• One of skill in the art has access to scientific literature and data regarding the solubility of a wide variety of polymers. Furthermore, one of skill in the art will appreciate that the choice of casting solvent may begin empirically by calculating the Gibb's free energy of dissolution using available thermodynamic data. Such calculations allow for a preliminary selection of potential solvents to test in a laboratory. It is recognized that process conditions can affect the chemical structure of the underlying materials and, thus, affect their solubility in a casting solvent. It is also recognized that the kinetics of dissolution are a factor to consider when selecting a casting solvent, because a slow dissolution of an underlying material, for example, may not affect the performance characteristics of a product where the product is produced relatively quickly.
  • In some embodiments, the coating solvent is a combination of solvents. Generally, the solvents forming the combination have a substantially difference in boiling point. Solvents with a high boiling point evaporate slowly in the coating and/or casting process so that the coating formed with these coating solvents has a relatively fine and dense microstructure. Drug release rate from a coating thus formed is therefore relatively low. Conversely, solvents with a low boiling point evaporates fast in the coating or casting process so that the coating formed with these fast evaporating solvents has a relatively coarse microstructure. Drug release rate from a coating thus formed is therefore relatively high. Therefore, the drug release rate can be tuned and/or modified by selection of a combination of solvent(s) with a relatively high boiling point and solvent(s) with a relatively low boiling point. Therefore, a desired drug release rate can be obtained by varying the ratio of solvents with different boiling points.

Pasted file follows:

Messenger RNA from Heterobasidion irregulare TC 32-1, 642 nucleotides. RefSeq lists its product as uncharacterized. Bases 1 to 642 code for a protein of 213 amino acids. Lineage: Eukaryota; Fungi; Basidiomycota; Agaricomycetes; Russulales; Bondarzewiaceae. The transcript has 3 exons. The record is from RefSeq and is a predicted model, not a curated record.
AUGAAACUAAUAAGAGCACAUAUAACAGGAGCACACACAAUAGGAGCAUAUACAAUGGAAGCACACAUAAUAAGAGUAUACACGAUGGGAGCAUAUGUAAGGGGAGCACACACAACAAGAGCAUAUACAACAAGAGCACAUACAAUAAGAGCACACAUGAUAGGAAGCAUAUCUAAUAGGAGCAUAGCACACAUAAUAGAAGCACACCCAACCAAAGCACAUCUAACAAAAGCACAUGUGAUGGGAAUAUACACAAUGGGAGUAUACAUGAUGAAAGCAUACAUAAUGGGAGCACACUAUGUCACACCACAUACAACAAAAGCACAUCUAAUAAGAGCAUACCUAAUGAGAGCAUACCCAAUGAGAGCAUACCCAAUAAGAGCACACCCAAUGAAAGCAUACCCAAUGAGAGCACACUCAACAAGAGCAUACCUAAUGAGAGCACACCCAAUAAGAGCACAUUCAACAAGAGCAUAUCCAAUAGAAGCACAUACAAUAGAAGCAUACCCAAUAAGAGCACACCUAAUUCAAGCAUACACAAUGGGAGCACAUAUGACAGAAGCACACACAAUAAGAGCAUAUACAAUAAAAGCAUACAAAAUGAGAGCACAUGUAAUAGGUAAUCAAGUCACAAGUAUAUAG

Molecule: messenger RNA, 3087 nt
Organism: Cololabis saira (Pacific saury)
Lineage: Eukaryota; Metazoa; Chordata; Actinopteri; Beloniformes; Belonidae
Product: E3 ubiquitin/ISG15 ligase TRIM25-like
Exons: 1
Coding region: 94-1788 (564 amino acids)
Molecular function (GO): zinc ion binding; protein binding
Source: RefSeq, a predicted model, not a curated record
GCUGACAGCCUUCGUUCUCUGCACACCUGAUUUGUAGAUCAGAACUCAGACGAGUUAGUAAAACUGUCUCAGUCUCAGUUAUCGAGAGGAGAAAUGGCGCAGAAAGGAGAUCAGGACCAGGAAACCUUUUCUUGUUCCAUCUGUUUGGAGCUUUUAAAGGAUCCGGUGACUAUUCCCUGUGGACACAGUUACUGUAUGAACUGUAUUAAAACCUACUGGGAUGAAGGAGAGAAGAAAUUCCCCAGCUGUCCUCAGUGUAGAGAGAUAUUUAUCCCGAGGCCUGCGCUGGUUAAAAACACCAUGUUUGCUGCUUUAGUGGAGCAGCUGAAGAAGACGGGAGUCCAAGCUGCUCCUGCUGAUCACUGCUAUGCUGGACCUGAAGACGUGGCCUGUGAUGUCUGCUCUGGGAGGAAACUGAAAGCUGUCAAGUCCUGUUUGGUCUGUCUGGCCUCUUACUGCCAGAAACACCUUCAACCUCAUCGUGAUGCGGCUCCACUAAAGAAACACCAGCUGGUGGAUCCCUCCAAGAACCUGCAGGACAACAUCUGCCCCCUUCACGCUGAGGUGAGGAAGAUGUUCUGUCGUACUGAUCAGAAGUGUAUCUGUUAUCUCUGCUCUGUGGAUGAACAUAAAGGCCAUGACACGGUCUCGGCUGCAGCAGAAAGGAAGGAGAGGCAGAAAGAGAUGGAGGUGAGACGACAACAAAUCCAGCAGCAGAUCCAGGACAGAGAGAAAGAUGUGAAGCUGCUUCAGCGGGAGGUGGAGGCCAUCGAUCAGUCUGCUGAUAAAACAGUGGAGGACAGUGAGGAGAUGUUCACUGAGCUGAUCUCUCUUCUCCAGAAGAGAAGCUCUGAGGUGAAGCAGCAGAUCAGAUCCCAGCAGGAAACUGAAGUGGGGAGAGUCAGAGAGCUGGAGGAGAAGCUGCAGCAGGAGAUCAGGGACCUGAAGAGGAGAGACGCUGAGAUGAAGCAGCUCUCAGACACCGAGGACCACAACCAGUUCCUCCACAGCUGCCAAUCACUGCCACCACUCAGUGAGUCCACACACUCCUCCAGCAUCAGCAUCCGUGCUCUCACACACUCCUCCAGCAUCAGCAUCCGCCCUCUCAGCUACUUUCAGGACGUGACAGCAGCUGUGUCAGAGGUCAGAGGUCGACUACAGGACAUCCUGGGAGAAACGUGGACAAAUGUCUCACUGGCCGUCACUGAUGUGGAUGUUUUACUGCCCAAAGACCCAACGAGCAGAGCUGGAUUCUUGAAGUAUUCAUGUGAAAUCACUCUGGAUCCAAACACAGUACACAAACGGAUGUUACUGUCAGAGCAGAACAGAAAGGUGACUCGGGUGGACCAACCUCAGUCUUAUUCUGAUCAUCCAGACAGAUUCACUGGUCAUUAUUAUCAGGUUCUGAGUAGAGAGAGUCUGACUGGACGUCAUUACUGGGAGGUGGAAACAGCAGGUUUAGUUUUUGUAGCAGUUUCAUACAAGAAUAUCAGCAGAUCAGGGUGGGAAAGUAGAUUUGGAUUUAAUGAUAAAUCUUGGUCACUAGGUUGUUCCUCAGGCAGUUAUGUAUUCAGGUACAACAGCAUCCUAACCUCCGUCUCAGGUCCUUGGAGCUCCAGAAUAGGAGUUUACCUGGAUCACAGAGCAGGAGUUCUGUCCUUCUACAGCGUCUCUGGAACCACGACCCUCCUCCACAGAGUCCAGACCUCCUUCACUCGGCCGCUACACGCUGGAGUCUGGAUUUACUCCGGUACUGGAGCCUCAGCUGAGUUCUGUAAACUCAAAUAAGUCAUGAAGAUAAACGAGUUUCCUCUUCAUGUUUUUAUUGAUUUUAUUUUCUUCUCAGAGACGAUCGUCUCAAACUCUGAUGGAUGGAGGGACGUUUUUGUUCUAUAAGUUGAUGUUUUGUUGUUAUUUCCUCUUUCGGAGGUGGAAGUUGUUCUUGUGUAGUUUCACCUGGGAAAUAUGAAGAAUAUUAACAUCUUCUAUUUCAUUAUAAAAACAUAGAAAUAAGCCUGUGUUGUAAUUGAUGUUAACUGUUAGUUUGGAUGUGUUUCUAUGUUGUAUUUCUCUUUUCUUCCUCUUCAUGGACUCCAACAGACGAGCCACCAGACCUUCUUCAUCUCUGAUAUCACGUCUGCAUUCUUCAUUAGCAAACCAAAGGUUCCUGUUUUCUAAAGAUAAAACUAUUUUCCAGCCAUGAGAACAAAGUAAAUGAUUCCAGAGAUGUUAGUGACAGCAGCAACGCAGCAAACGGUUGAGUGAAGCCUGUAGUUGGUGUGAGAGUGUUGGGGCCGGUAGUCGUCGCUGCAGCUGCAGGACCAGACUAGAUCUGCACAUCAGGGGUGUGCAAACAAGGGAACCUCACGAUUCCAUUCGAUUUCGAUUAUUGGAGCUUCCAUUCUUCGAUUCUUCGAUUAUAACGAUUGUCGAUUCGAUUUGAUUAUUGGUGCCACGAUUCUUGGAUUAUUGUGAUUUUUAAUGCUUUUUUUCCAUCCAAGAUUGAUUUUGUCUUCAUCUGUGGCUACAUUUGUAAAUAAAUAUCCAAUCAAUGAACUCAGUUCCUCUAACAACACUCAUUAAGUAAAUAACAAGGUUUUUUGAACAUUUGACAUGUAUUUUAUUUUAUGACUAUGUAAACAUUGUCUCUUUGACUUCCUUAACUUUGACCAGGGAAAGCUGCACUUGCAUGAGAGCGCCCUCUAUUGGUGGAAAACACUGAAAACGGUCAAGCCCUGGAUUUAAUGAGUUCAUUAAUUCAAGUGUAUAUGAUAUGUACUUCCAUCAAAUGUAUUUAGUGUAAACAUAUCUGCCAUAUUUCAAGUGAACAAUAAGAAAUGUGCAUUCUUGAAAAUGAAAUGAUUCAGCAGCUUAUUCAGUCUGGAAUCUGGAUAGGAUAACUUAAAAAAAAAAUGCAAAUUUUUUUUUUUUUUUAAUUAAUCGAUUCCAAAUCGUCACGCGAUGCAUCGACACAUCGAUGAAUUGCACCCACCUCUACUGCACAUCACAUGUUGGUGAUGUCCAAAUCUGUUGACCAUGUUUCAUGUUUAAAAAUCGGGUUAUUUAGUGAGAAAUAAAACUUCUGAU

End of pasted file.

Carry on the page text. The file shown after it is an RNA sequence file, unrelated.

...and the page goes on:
• In some embodiments, the solvents chosen to form a coating have a boiling point ranging from about 70° C. to about 90° C.
  • Exemplary casting solvents for use in the present invention include, but are not limited to, dimethyl acetamide (DMAC), dimethyl formamide (DMF), tetrahydrofuran (THF), TCE (1,1,2,2-tetrachloroethane), acetone, Dowanol™ (2-(2-ethoxyethoxy)ethanol), DCM (dichloromethane), MEK (methyl ethyl ketone), chloroform, ethanol, butanol, isopropyl acetate, pentane. Some other solvents that can be used include, but are not limited to, cyclohexanone, xylene, toluene, propylene glycol monomethyl ether, methyl butyl ketone, ethyl acetate, n-butyl acetate, and dioxane. Solvent mixtures can be used as well. Representative examples of the mixtures include, but are not limited to, DMAC and methanol (50:50 w/w); water, i-propanol, and DMAC (10:3:87 w/w); i-propanol and DMAC (80:20, 50:50, or 20:80 w/w); acetone and cyclohexanone (80:20, 50:50, or 20:80 w/w); acetone and xylene (50:50 w/w); acetone, xylene and FLUX REMOVER AMS® (93.7% 3,3-dichloro-1,1,1,2,2-pentafluoropropane and 1,3-dichloro-1,1,2,2,3-pentafluoropropane, and the balance is methanol with trace amounts of nitromethane; Tech Spray, Inc.) (10:40:50 w/w); and TCE and chloroform (80:20 w/w).
  • Coating Compositions
  • The method described herein can be used to form any coating on a medical device (e.g., a stent), with or without a bioactive agent. The coating composition can include a biocompatible polymer(s), optionally a biobeneficial material, and/or a bioactive agent. The coating can be in any form of construct. For example, in some embodiments, the coating can have a drug reservoir, optionally with a topcoat and/or a primer layer and/or a finishing layer.